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The Painful Reality of Abuse

Editorial by David Sedlacek

I was raised on a farm as the oldest boy of 15 children. My parents faithfully attended church, prayed together and instilled positive values of hard work, diligence and respect in us children. I love them for that and will be eternally grateful.

However, there was another painful reality that we lived with: emotional abuse and neglect. We were taught that we had

to be perfect. When we made a mistake or misbehaved, we were beaten with Dad’s Army belt and publicly shamed in front of the whole family. We were not allowed to have thoughts and opinions that differed from my father’s, unless we wanted to feel his wrath. My mother did her best to take care of our physical needs but was emotionally unavailable. She was in survival mode herself, and was overpowered by my father’s controlling nature. There were no verbal or physical expressions of affection in the home.

It didn’t help that I took on much of my mother’s victim mentality— prone to accepting emotional abuse because of the need of attention and distraction from my own pain. Predictably, in my first marriage, I was attracted to a person who was much like my father. I never wanted a divorce, but I must admit that when it happened, I was relieved because the constant barrage of emotional shaming finally came to an end.

As the result of my upbringing and first marriage, I tried to be perfect to earn love.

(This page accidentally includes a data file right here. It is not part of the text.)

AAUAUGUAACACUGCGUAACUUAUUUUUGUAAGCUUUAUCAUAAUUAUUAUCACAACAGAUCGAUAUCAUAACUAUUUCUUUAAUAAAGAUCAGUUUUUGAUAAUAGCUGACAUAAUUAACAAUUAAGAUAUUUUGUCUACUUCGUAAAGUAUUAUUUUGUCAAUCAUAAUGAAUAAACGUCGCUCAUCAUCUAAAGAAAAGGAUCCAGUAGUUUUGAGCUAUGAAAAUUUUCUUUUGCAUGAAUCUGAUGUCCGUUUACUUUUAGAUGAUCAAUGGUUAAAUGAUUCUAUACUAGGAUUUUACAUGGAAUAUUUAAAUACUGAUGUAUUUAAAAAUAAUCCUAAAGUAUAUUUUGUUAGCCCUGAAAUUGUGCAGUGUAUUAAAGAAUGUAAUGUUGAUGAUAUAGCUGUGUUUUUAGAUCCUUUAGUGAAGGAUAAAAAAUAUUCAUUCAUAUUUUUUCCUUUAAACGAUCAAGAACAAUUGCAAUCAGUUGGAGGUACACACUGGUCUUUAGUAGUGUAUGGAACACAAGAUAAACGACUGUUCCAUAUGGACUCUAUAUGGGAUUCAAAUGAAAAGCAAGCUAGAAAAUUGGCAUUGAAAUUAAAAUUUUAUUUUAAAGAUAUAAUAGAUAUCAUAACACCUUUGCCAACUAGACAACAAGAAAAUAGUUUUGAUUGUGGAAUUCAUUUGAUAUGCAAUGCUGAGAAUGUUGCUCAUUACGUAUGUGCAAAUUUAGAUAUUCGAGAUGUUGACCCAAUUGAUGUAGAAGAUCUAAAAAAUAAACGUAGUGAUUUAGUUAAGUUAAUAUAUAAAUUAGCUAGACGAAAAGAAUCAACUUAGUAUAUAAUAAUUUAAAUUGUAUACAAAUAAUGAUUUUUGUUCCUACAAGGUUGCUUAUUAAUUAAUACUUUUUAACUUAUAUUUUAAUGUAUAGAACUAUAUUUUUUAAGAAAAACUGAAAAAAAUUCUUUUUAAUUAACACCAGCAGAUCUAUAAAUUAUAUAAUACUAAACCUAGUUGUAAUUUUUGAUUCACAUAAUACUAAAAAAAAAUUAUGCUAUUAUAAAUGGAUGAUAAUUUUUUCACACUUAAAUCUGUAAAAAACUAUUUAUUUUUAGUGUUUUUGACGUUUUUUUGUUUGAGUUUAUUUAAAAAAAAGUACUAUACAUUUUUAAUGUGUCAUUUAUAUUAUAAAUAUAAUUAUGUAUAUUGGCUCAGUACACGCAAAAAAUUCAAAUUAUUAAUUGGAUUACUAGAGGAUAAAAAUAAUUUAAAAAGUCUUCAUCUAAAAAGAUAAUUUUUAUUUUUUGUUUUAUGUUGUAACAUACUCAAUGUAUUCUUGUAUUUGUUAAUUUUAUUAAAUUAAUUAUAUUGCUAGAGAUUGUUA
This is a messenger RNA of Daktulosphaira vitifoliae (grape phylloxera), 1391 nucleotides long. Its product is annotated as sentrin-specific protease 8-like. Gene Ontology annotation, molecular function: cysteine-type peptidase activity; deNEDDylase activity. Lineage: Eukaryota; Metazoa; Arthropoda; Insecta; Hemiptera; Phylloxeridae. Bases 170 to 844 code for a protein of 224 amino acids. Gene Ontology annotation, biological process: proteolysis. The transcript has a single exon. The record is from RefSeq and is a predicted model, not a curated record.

I looked to others for affirmation because I did not have a sense of my own value. In doing so, I allowed others to define me. While I loved God the best I knew how, I was also afraid of Him. I feared that if I wasn’t perfect, He was going to be angry and reject me. This deep wariness of Him lurked within my soul.

Only God is Perfect
When I learned that God loves me just the way I am (Jer. 31:3), I could hardly believe it. Today, I continue to grow in my capacity to trust Him and have learned a very important lesson in the pro- cess: We need to love others as we love ourselves, not instead of loving ourselves (Matt. 22:39). The greatest gift parents can give to their children is a positive sense of their value and lovability— just the way God intended my life to be from the very beginning.

David Sedlacek is a former pastor in the Ohio Conference and currently serves as a senior research professor at the Seventh-day Adventist Theological Seminary in Berrien Springs, Mich.

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